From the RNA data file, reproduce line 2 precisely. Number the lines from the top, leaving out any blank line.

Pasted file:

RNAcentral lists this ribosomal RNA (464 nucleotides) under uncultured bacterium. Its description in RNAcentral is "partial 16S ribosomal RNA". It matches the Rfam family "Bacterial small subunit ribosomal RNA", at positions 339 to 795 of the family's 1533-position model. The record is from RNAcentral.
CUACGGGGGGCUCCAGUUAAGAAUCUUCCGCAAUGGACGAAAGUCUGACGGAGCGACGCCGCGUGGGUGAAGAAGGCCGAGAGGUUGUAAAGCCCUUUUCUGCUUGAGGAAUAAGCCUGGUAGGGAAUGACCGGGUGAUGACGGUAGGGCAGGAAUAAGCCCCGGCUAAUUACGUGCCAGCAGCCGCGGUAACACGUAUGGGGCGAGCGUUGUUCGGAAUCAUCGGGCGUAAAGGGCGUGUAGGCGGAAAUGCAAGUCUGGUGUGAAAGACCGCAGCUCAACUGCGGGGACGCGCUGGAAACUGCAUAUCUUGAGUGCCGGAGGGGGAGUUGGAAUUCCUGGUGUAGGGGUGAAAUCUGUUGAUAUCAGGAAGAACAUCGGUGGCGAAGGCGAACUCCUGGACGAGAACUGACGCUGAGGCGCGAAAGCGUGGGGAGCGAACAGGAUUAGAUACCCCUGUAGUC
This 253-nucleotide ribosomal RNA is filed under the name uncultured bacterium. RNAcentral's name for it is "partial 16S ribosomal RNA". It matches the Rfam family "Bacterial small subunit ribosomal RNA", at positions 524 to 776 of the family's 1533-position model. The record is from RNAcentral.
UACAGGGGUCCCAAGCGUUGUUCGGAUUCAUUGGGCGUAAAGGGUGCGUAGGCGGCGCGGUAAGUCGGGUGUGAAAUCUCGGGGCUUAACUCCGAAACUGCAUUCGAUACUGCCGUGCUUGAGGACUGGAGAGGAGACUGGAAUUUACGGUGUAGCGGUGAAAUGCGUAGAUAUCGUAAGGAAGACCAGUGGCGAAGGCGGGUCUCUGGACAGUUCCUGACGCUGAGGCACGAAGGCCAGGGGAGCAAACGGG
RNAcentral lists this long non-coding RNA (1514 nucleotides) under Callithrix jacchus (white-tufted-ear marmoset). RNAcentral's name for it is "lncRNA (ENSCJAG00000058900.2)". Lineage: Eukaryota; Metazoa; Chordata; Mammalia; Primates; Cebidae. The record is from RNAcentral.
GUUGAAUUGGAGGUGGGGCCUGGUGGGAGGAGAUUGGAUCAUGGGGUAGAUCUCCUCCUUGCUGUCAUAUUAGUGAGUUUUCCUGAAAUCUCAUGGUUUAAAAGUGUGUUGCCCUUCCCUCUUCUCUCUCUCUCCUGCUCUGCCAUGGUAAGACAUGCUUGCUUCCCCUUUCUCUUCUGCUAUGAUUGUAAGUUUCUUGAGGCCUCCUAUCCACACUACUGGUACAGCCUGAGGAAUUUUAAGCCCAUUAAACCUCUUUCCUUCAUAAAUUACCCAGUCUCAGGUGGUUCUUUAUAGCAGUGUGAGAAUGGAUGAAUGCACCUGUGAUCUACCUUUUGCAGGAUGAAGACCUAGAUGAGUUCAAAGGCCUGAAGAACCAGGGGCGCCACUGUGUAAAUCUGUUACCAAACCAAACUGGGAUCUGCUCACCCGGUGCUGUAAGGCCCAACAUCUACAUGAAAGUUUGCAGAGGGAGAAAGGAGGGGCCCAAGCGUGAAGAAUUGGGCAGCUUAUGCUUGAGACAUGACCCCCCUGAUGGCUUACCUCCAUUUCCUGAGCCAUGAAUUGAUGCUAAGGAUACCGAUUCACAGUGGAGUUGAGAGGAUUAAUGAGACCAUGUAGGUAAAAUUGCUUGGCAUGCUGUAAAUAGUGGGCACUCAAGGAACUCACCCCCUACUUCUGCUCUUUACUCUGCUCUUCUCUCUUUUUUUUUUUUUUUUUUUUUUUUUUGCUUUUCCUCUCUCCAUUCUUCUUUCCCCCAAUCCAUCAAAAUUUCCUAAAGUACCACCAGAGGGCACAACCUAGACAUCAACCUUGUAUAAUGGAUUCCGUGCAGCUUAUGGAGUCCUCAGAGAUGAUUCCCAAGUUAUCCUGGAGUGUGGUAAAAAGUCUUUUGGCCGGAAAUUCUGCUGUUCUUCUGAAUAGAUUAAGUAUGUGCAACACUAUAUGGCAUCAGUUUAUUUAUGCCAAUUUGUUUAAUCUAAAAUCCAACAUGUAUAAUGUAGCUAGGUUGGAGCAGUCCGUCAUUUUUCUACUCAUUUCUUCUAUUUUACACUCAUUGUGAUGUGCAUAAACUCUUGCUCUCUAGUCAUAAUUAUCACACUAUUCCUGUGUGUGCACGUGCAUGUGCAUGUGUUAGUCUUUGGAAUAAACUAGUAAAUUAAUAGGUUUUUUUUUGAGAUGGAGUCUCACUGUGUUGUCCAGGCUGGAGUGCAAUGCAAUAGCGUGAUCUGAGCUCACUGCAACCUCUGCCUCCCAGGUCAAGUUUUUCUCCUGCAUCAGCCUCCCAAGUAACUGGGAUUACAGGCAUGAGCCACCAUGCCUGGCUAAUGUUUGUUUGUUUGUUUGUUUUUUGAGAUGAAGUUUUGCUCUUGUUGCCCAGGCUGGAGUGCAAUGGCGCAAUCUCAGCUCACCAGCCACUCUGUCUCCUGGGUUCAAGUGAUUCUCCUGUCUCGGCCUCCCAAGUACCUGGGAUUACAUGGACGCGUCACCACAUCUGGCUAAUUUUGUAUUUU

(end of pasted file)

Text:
CUACGGGGGGCUCCAGUUAAGAAUCUUCCGCAAUGGACGAAAGUCUGACGGAGCGACGCCGCGUGGGUGAAGAAGGCCGAGAGGUUGUAAAGCCCUUUUCUGCUUGAGGAAUAAGCCUGGUAGGGAAUGACCGGGUGAUGACGGUAGGGCAGGAAUAAGCCCCGGCUAAUUACGUGCCAGCAGCCGCGGUAACACGUAUGGGGCGAGCGUUGUUCGGAAUCAUCGGGCGUAAAGGGCGUGUAGGCGGAAAUGCAAGUCUGGUGUGAAAGACCGCAGCUCAACUGCGGGGACGCGCUGGAAACUGCAUAUCUUGAGUGCCGGAGGGGGAGUUGGAAUUCCUGGUGUAGGGGUGAAAUCUGUUGAUAUCAGGAAGAACAUCGGUGGCGAAGGCGAACUCCUGGACGAGAACUGACGCUGAGGCGCGAAAGCGUGGGGAGCGAACAGGAUUAGAUACCCCUGUAGUC